It’s impossible for Christians or Muslims to truly understand life as a religious minority in the global sense, especially one as small and marginalized as the Yazidis
My friend Sinan and I were on the phone with a dying young man.
But this 23-year-old Iraqi was not dying from a car crash or a bullet wound. He was one of the estimated 50,000 Yazidis stranded on Sinjar Mountain who have been dying of thirst, besieged by Islamic State of Iraq and Syria militants.
“It is difficult to speak since I haven’t had water in three days,” the man wheezed through the line. “We don’t have anything–food, water, a place to sleep. We are eating the trees and their leaves. The [Kurdish] peshmerga hasn’t come, the Iraqi army hasn’t come, humanitarian aid hasn’t come. There are so many thousands of people here. I know at least 100 people have died already, many of them children.”
I could see Sinan, also a Yazidi and a friend of the man, becoming emotional, his bottom lip beginning to twitch. After we hung up, Sinan began sobbing into his hands. Two of his friends came over and patted him on the back, offering the standard condolence: “God-willing, things will get better.”
When they left, Sinan whispered through his palms, “They can’t understand. They are Muslim. Their religion is big, they are not alone like we are.”
It took me a minute to understand him, but he was right, and I can’t really understand either. As a Christian, it’s impossible for me or for our Muslim friends to truly understand life as a religious minority in the global sense, especially one as small and marginalized as the Yazidis.
Yazidis, who practice what is considered one of the oldest religions in the world, are monotheists who believe God (or Yasdan) created the world and seven angelic beings to govern it. The most prominent of these beings is Malak Tawous, an angel whom Muslims and Christians often identify with Satan. The Yazidis’ reverence for a being considered by other religions to be evil led many (particularly Muslims) to deem them “Satan worshippers” and Muslim and Christians alike have used that term to demonize Yazidis and to justify persecution against them.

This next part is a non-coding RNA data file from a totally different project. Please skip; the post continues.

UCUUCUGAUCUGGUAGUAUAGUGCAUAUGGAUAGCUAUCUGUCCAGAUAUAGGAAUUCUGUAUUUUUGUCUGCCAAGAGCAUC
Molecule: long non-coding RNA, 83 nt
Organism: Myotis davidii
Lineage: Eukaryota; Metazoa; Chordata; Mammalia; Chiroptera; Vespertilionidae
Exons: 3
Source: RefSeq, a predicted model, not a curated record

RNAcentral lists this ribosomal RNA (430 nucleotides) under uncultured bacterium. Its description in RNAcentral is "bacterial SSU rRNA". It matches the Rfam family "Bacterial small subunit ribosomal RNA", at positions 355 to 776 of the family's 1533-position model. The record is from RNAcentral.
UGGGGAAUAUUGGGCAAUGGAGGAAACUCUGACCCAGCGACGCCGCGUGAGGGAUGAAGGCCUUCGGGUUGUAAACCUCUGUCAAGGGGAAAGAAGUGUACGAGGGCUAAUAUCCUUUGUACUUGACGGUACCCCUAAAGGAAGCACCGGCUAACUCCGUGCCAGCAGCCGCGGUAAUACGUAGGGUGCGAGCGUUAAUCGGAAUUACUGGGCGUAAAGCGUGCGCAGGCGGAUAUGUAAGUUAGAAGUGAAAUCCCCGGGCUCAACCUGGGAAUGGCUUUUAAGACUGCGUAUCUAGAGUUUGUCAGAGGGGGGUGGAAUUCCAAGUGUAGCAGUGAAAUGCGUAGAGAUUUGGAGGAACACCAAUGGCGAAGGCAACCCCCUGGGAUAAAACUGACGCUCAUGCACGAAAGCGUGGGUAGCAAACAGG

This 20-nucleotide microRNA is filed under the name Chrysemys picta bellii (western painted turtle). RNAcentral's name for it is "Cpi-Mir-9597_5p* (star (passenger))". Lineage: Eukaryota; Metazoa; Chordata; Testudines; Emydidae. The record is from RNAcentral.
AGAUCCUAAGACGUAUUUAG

By most estimates, there are only about half a million Yazidis left in Iraq, which means a significant number of their already dwindling population is on that mountain now, still dying, even as the United States has initiated humanitarian air drops and reportedly considers rescue missions.
As we talked a little more, Sinan showed me the updates his friends and family members were sharing via their cell phones in real time, while under siege. “He was studying math at the university,” “she baked the best naan bread,” “this man’s daughter is missing,” he would say as he thumbed through Facebook.
Sinan finally stood up and pocketed his phone, saying he needed to go. He asked me to “tell America” about his people.
Now tremendous American, Iraqi, and Kurdish efforts are being made, but the situation is still dire for many on the mountain who cannot reach the aid that has been dropped, for those displaced in cities and on highways, and for the hundreds of Yazidi women who were just taken captive by Islamic State of Iraq and Syria militants.
“My people may be gone soon,” Sinan said as he walked away.
Today, the U.S. is actively working to make sure that doesn’t happen.
Jeremy Courtney is executive director of Preemptive Love Coalition, an international development organization in Iraq, and author of Preemptive Love: Pursuing Peace One Heart at a Time.